An imbalance in supply and demand lies at the root of rising prices. There is stable demand with decreased supply. Tech-based industry has provided employment opportunities to people of developing nations, who may otherwise be food producers. Those that still do produce food on a small scale don’t have the resources to produce for a profit so they don’t expand. Drought conditions in recent years has killed thousands of acres of agricultural land. Some land has been given up on and some has been compromised for industrial purposes. The result of decreased producer competition is higher price. Corporate farming is efficient and ever-expanding, it commands the terms of trade and the of its goods. Hikes in oil prices are another factor in higher food prices.
A sudden increase in food prices has been attributed to four main factors. These include:
1. Changing weather patterns, attributed to global warming, which has damaged some harvests.
2. Higher demand for meat and better grains due to higher incomes in places like China and India.
3. Smaller crop yields
4. Crops being used for bio-fuel
Drought and flooding have been major issues that wiped out several crops. Oil also is a key factor, because the so called efficient cooperate farming that’s wiped out many small farmers, relies on fossil fuels for the production of the chemicals used in pesticides and fertilizers, to the transportation of these items to the farm, to machinery used in farming (including irrigation pumps), to the transportation of food from farm to distributor to the market. Many farmers barely even get by because a huge chunk of their money goes to supplies sold by the few giant agribusinesses (Monsanto, for example) that dominate farming on a global scale. Another crucial player that is rarely tied in with rising food prices is the decline of the bee population. Monoculture practiced in industrial farming cannot support natural pollinators, because pollinators need to have a food source year round, something that is provided by diversity. So industrial farming relies on trucking and importing bees seasonally to pollinate crops. In the U.S. beekeepers are having to pay more and more to keep bees alive and even have to import new bees from Australia. They pass these costs onto to the farmers whom they service.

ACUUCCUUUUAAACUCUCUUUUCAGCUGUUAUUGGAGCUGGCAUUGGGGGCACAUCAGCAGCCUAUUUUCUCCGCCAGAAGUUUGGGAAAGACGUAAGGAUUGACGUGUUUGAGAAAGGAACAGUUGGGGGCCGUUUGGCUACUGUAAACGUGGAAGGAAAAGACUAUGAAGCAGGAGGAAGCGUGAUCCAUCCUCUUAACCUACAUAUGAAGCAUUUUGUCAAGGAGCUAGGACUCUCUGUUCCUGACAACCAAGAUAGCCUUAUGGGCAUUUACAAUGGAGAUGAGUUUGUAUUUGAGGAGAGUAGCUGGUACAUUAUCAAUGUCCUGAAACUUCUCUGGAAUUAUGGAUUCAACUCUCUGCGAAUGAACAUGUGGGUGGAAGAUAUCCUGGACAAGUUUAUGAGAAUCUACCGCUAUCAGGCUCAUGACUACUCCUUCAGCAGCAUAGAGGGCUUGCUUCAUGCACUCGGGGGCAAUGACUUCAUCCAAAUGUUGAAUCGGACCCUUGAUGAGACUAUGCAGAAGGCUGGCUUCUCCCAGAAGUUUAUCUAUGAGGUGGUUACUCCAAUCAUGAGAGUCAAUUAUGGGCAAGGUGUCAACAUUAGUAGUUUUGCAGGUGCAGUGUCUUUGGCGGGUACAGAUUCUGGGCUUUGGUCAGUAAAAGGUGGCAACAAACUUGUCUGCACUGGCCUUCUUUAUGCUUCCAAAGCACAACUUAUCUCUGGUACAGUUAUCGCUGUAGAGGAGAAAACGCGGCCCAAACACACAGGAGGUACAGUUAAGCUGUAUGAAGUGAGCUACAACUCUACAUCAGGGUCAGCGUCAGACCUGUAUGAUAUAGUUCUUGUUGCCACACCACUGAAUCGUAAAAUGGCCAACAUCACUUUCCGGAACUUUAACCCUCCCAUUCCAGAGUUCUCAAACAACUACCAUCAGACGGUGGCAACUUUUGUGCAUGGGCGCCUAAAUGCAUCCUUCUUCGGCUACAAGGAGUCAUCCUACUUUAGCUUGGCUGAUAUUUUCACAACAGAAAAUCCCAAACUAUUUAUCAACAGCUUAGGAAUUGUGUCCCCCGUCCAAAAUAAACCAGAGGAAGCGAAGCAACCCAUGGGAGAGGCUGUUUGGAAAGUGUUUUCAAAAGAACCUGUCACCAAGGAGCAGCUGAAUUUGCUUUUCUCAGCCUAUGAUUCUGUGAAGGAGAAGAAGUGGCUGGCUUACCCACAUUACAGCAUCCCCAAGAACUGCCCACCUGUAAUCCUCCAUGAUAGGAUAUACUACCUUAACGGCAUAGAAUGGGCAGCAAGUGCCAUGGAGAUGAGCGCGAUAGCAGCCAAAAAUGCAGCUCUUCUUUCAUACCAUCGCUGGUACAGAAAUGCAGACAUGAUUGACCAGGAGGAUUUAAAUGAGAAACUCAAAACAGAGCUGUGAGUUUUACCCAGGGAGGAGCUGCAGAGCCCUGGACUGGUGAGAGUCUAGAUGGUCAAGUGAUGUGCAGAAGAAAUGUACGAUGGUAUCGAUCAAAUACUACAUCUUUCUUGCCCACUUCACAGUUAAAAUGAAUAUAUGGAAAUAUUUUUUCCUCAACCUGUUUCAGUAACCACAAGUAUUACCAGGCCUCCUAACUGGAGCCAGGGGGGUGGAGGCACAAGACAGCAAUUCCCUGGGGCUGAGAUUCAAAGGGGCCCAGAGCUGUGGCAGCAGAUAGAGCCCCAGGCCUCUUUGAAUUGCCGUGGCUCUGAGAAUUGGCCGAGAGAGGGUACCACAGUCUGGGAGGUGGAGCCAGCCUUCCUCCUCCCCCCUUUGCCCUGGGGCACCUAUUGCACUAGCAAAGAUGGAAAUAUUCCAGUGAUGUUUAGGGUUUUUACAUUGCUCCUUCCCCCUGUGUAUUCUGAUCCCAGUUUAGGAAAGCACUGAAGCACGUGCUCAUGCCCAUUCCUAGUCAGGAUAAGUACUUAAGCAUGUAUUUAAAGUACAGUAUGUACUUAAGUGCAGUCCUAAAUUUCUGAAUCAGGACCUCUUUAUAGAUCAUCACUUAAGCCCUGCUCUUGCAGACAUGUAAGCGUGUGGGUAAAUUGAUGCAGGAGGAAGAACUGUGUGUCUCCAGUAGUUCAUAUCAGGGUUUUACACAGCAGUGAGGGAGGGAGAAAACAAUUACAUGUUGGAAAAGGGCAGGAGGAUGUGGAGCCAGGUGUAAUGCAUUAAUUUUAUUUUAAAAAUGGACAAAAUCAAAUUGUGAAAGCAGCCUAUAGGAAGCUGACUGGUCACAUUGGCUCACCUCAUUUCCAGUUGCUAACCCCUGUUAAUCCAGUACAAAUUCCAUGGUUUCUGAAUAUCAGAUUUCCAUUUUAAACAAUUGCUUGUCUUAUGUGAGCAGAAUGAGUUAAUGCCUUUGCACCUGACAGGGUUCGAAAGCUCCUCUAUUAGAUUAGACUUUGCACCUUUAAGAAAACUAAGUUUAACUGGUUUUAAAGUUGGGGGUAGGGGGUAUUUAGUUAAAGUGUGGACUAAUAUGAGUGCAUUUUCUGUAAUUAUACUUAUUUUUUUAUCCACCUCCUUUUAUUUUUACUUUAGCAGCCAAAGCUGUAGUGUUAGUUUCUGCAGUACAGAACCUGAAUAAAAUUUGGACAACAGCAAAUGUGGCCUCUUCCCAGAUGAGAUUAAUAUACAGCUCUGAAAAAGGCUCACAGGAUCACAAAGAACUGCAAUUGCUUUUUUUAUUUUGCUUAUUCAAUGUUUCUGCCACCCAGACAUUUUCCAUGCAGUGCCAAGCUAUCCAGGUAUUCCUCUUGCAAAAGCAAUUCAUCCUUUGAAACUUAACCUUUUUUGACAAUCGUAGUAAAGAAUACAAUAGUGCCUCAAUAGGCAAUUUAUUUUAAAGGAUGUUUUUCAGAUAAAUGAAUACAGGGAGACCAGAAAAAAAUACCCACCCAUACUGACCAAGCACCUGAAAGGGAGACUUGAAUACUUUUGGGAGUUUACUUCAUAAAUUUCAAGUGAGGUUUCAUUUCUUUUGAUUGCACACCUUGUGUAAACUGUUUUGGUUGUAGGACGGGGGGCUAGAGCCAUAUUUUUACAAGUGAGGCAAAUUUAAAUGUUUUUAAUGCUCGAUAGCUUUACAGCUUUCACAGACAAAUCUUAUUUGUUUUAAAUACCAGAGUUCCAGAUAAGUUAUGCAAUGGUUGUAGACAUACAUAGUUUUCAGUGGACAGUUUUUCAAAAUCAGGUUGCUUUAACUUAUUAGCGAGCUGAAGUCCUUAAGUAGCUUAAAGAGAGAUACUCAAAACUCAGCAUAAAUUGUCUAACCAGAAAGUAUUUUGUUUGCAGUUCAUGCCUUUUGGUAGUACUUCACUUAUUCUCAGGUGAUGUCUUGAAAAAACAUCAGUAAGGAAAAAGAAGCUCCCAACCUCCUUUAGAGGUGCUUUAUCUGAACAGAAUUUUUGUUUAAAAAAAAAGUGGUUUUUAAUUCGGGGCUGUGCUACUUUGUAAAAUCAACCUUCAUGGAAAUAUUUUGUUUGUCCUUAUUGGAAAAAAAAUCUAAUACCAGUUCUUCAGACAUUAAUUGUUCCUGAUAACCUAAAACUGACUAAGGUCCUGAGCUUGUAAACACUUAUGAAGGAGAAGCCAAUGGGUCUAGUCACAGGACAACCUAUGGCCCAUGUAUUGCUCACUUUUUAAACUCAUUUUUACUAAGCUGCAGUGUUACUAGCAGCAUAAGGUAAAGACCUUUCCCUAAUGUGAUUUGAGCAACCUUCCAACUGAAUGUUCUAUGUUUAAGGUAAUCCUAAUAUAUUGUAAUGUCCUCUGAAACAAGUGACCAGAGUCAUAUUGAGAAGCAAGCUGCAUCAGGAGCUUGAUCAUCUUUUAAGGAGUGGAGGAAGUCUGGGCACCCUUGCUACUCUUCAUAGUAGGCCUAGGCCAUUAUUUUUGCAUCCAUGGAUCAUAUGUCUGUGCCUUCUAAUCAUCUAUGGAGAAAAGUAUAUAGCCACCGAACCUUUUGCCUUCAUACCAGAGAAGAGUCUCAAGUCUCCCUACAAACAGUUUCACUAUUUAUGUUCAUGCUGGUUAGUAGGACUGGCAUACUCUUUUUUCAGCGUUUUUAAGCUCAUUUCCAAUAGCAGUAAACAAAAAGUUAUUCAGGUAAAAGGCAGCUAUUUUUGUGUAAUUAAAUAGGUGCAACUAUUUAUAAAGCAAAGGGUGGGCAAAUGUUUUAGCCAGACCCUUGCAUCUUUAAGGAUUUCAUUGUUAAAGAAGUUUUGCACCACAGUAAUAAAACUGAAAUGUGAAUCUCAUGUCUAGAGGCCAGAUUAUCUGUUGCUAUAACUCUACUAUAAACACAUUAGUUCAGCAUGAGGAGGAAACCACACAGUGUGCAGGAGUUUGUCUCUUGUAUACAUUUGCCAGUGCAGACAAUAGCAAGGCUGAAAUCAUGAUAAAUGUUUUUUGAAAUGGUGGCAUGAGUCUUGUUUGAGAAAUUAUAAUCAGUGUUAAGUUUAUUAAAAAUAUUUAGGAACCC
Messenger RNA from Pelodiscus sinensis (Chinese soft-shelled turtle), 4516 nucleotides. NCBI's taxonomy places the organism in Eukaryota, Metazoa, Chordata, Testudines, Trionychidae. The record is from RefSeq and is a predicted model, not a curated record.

If you haven’t been following the news lately, it’s easy to see that there have definitely been some severe natural disasters all over the place. Due to global warming and just freak disasters, food resources are being strained. This will increase the costs of food, and rising oil prices don’t help the transportation costs either.
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